Technology is constantly changing our world, leading to more efficient production. In the past, technological advancements dramatically increased wages, but during the last three decades, the median wage has remained stagnant. Many of todayas machines have taken over the work of humans, destroying old jobs while increasing profits for business owners and raising the possibility of ever-widening economic inequality. Author James Bessen argues that avoiding this fate will require unique policies to develop the knowledge and skills necessary to implement the rapidly evolving technologies. At present this technical knowledge is mostly unstandardized and difficult to acquire, learned through job experience rather than in classrooms. Nor do current labor markets generally provide strong incentives for learning on the job. Basing his analysis on intensive research into economic history as well as todayas labor markets, the author explores why the benefits of technology take years, sometimes decades, to emerge. Although the right policies can hasten this process, policy has moved in the wrong direction in recent decades, protecting politically influential interests to the detriment of emerging technologies and broadly shared prosperity.John Markoff, technology reporter for the New York Times, called it a battle for a control of the access to all the video entertainment ... a microcomputer, and the cable connection used in Orlando closely resembled the broadband cable service Time Warner now offers its Internet customers. Interactive TV used a remote control as its main input device instead of a keyboard or mouse, but in many interactiveanbsp;...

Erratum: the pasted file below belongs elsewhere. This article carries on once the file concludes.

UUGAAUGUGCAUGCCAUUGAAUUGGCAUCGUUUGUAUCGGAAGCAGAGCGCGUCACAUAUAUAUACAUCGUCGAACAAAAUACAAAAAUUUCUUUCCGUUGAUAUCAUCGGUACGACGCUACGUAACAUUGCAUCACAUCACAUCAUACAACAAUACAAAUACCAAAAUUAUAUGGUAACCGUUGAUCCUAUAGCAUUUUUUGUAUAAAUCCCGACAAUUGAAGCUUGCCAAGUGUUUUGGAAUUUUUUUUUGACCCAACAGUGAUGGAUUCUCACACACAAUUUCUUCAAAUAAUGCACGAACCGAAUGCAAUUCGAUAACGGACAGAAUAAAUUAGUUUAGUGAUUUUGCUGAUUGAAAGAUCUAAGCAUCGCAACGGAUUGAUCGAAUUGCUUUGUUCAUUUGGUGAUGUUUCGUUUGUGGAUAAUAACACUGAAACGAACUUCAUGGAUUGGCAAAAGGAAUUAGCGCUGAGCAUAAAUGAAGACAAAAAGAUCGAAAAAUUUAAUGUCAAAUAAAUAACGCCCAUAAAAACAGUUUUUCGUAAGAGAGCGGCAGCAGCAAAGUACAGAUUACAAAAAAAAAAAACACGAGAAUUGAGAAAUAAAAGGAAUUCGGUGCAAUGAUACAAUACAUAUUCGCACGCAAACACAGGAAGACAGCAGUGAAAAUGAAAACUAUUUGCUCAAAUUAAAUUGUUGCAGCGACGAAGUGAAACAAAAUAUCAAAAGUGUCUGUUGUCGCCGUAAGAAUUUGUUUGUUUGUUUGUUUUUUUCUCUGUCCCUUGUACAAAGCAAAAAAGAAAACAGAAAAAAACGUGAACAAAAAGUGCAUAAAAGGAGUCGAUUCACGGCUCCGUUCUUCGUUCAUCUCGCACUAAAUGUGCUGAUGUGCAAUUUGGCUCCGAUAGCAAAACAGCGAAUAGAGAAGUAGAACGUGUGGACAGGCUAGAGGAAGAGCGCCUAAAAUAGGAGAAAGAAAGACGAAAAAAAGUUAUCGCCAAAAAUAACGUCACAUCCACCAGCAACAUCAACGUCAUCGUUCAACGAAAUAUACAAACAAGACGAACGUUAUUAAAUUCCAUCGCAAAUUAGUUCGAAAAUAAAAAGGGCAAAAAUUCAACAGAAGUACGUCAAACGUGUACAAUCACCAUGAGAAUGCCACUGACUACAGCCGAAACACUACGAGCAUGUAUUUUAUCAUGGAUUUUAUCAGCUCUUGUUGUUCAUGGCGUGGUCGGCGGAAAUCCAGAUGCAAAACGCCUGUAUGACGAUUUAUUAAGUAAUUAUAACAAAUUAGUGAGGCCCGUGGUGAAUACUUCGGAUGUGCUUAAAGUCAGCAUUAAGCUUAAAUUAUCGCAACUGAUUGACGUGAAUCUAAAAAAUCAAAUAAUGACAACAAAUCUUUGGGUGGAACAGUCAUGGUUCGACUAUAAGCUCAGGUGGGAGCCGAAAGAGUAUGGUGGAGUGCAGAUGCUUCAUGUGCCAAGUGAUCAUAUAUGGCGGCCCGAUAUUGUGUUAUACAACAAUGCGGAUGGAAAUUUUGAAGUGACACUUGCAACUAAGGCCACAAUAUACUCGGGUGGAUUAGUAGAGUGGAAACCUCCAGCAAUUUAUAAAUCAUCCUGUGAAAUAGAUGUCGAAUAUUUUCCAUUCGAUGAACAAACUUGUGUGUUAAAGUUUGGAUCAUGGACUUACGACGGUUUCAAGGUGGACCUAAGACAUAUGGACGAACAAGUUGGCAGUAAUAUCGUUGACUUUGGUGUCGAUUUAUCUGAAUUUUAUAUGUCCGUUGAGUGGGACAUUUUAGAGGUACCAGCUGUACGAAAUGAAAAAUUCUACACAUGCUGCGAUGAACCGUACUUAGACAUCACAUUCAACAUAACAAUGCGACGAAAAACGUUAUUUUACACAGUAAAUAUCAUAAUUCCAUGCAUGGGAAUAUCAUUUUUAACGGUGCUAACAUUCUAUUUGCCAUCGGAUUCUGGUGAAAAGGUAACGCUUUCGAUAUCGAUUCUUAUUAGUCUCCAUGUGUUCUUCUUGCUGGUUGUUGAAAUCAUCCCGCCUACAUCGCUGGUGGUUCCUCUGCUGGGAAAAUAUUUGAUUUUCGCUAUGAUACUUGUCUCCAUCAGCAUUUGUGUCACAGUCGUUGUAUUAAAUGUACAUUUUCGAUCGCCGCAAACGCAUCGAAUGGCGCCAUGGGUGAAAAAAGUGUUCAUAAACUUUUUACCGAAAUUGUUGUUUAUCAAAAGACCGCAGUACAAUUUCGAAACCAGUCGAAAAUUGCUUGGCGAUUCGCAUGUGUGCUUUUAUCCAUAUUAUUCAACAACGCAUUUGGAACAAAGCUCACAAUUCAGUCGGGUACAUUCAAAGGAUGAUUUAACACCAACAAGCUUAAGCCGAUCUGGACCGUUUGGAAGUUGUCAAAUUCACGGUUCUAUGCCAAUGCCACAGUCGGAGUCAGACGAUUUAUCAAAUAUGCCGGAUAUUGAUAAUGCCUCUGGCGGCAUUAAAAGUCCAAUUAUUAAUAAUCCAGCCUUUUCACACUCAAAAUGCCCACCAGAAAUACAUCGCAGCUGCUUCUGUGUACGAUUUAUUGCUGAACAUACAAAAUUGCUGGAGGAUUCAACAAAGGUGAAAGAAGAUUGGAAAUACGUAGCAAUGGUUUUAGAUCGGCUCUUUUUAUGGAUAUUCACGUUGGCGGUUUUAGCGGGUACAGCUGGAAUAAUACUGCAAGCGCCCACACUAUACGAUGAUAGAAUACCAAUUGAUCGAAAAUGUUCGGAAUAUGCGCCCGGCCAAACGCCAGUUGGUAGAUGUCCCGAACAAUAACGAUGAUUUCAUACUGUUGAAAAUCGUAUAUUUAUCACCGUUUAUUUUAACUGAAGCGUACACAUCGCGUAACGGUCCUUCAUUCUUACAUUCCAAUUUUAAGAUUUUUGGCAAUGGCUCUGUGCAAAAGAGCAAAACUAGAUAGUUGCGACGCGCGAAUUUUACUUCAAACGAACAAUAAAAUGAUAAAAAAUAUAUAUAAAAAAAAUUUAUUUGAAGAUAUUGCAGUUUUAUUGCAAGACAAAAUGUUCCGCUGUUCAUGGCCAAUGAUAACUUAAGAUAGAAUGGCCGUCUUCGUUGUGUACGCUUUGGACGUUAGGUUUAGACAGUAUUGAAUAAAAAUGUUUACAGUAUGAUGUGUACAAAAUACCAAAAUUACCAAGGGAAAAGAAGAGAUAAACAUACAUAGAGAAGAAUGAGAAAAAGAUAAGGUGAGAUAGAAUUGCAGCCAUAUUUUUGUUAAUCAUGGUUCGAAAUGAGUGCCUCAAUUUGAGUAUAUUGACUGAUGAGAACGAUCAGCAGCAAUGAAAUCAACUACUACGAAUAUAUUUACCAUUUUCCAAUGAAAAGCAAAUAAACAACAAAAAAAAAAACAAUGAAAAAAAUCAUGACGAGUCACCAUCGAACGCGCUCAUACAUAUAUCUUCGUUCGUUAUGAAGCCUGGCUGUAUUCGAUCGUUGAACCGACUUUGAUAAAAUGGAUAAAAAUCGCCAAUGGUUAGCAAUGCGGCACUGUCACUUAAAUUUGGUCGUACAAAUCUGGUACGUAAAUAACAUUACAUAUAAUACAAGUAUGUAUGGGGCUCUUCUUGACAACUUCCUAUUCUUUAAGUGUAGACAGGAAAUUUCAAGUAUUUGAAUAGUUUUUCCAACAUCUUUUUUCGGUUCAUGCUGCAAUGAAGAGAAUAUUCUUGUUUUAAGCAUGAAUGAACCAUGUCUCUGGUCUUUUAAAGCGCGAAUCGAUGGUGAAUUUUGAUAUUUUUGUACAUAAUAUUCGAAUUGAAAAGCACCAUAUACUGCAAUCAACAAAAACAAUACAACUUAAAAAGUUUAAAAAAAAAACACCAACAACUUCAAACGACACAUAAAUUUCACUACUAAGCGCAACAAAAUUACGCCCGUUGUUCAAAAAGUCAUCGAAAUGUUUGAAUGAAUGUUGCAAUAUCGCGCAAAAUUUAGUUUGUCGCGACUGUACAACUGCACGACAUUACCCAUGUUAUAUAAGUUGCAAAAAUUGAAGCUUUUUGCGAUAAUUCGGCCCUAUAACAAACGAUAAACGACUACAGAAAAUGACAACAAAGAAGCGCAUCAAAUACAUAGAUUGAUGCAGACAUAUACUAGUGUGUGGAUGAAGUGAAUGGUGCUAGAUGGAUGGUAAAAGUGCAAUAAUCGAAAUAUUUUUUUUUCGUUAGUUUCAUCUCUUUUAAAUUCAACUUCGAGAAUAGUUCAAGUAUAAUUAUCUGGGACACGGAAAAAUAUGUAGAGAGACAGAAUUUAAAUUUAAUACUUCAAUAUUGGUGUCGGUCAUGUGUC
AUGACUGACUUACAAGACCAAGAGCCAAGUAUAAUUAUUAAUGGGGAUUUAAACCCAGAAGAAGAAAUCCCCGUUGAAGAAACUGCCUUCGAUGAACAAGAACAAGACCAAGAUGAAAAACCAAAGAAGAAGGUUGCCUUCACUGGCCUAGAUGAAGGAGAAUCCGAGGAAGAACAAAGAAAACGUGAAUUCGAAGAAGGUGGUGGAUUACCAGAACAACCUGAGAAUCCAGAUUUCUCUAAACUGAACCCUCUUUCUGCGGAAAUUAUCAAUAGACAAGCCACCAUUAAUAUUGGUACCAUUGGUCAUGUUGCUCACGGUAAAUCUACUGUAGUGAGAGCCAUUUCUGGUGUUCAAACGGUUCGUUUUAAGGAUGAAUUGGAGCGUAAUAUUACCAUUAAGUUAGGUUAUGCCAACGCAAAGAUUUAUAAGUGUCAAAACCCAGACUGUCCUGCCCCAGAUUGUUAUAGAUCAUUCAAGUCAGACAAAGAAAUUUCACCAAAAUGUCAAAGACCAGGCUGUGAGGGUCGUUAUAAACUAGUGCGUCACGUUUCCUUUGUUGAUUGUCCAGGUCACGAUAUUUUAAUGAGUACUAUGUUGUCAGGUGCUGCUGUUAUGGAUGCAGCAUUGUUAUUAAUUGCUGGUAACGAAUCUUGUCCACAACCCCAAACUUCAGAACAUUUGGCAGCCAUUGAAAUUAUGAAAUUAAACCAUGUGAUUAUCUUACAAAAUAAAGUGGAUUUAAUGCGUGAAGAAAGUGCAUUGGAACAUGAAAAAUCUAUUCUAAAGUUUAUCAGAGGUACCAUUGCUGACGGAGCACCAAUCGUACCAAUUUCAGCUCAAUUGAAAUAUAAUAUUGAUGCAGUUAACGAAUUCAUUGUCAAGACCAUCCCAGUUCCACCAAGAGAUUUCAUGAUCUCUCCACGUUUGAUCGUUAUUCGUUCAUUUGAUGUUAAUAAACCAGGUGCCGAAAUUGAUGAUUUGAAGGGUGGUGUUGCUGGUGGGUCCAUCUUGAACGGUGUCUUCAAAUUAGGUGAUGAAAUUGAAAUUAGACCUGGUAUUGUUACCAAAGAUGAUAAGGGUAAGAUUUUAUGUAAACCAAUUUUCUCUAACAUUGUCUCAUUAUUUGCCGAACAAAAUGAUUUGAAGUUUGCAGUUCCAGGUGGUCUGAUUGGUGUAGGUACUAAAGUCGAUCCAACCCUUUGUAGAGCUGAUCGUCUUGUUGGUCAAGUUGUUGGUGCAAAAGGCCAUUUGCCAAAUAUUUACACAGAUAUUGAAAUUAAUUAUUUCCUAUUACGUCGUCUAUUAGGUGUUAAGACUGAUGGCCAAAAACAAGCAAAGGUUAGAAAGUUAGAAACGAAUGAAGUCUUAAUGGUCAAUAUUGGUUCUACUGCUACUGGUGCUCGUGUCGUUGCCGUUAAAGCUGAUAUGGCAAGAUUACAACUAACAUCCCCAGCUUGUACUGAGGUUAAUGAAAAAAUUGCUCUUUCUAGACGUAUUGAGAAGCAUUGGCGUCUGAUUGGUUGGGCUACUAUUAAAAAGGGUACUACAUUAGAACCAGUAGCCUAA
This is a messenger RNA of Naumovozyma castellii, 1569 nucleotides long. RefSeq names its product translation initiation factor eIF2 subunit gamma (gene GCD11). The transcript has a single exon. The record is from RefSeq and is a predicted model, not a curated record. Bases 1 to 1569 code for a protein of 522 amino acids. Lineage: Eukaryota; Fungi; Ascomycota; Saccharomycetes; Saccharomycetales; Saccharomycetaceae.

|Title||:||Learning by Doing|
|Author||:||James Bessen, Garamond Agency, Inc.|
|Publisher||:||Yale University Press - 2015-04-28|